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Petal Effect: A Superhydrophobic State with High Adhesive Force
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Lin Feng, Ph.D.
ARTICLE #5 EMBARGOED FOR 9 A.M., EASTERN TIME, April 21, 2008
Demand for improved consumer products drives growth of key family of chemical ingredients
Chemical & Engineering News
From running shoes to automobiles with improved fuel efficiency, the demand for consumer products with better quality and performance is boosting demand for dyes, adhesives, rust inhibitors, and other so-called specialty chemicals, according to an article [http://pubs.acs.org/cen/coverstory/86/8616cover.html ] scheduled for the April 21 issue of Chemical & Engineering News, ACS weekly newsmagazine. The article presents a snapshot of this important yet often little-publicized sector of the chemical industry.
Written by Senior Editor Rick Mullin, C&ENs cover story notes that specialty chemical-based additives enhance paint, soap, electronics, sneakers and hundreds of other consumer products to make them perform better and last longer. The development of innovative new specialty chemicals has evolved into a robust independent industry, whereas in the past it was a hidden component in the overall manufacture of other products.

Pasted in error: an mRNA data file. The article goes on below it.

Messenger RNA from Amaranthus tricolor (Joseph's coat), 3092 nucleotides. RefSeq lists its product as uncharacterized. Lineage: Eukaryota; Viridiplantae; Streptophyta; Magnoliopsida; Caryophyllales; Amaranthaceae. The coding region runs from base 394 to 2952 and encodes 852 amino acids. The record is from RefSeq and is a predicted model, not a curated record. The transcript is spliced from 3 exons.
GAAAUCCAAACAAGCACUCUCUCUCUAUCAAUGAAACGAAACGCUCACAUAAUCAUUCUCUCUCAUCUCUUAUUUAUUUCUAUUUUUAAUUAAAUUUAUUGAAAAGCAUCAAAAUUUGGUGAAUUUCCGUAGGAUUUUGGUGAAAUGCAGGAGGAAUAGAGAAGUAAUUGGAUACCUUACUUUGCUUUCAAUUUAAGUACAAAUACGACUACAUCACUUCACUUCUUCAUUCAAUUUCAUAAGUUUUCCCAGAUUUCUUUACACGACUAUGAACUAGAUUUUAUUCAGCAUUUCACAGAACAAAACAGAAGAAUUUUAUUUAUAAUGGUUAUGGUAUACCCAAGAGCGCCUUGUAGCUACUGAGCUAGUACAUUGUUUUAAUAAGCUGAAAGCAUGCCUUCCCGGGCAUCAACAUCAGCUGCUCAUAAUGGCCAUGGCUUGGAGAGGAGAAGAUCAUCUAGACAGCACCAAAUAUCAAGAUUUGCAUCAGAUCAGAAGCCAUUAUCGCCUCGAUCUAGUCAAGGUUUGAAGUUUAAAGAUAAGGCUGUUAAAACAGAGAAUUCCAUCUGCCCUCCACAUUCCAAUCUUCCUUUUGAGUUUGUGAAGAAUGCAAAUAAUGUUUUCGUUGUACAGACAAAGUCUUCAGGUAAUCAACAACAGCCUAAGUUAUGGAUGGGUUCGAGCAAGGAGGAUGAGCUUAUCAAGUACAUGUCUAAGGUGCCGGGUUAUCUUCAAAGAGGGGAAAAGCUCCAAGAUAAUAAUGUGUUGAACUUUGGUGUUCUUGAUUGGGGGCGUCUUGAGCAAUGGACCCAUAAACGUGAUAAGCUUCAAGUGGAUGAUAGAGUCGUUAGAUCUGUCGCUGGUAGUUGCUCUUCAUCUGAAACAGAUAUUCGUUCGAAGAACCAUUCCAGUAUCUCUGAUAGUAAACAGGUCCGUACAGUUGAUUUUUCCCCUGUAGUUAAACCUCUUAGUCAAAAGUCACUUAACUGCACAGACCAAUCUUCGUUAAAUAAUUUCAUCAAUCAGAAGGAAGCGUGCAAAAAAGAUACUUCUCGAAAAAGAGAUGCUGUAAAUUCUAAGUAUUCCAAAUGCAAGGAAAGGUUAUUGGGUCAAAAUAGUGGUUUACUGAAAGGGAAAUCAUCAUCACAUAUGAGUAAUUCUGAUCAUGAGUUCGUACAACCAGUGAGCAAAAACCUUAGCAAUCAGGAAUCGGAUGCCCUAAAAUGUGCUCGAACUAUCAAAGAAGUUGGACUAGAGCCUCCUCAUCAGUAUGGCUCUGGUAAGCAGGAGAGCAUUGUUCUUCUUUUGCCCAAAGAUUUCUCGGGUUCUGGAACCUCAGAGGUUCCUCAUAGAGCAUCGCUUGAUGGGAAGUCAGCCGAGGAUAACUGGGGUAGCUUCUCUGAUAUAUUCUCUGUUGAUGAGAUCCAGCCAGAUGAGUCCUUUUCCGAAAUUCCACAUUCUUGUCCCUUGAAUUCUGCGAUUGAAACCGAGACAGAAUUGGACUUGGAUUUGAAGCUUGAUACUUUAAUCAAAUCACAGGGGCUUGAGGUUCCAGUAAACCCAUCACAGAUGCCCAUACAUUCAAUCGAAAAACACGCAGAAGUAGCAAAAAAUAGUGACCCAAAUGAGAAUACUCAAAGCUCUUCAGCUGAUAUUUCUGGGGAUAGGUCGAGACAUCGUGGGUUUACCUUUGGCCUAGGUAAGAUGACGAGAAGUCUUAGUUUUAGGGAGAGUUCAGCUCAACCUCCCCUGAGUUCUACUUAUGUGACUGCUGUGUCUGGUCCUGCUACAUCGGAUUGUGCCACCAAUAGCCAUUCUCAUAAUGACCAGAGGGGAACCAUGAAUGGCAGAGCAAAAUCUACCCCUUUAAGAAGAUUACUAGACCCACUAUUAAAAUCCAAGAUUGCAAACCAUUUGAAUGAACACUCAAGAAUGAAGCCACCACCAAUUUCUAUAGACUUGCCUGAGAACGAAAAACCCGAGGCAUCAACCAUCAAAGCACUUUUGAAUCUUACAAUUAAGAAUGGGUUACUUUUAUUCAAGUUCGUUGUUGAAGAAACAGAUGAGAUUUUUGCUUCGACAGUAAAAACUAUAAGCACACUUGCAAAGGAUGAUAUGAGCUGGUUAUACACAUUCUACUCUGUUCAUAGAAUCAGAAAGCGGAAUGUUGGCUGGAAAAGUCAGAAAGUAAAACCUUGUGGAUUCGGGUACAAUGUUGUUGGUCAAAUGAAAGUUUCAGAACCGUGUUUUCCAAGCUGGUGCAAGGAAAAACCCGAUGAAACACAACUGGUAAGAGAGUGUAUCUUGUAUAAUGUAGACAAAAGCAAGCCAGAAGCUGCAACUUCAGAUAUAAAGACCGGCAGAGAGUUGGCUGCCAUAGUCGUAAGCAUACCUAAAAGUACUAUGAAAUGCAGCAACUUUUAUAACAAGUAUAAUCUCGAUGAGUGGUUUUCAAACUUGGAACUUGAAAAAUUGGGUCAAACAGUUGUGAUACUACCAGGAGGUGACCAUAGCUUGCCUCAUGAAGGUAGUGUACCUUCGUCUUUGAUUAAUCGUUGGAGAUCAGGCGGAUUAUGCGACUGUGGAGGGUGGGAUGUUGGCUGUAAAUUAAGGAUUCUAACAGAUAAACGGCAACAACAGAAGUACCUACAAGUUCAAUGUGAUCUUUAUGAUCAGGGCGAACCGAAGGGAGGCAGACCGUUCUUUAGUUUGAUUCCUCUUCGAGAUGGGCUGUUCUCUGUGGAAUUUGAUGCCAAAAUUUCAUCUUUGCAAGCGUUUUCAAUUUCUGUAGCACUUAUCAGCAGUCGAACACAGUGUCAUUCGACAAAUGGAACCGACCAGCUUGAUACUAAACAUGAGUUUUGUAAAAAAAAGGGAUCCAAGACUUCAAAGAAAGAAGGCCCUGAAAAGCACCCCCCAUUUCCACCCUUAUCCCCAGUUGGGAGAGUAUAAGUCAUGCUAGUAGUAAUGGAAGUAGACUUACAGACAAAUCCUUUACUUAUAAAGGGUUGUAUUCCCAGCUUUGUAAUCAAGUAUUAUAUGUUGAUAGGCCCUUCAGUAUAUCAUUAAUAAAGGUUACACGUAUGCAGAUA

Mullin presents the perspective of various industry leaders who comment on this diverse, profitable, and ever-expanding market for chemicals produced in smaller volume than bulk chemicals, such as petrochemicals made from petroleum. Green chemistry is one major force behind the growth of the specialty che
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American Chemical Society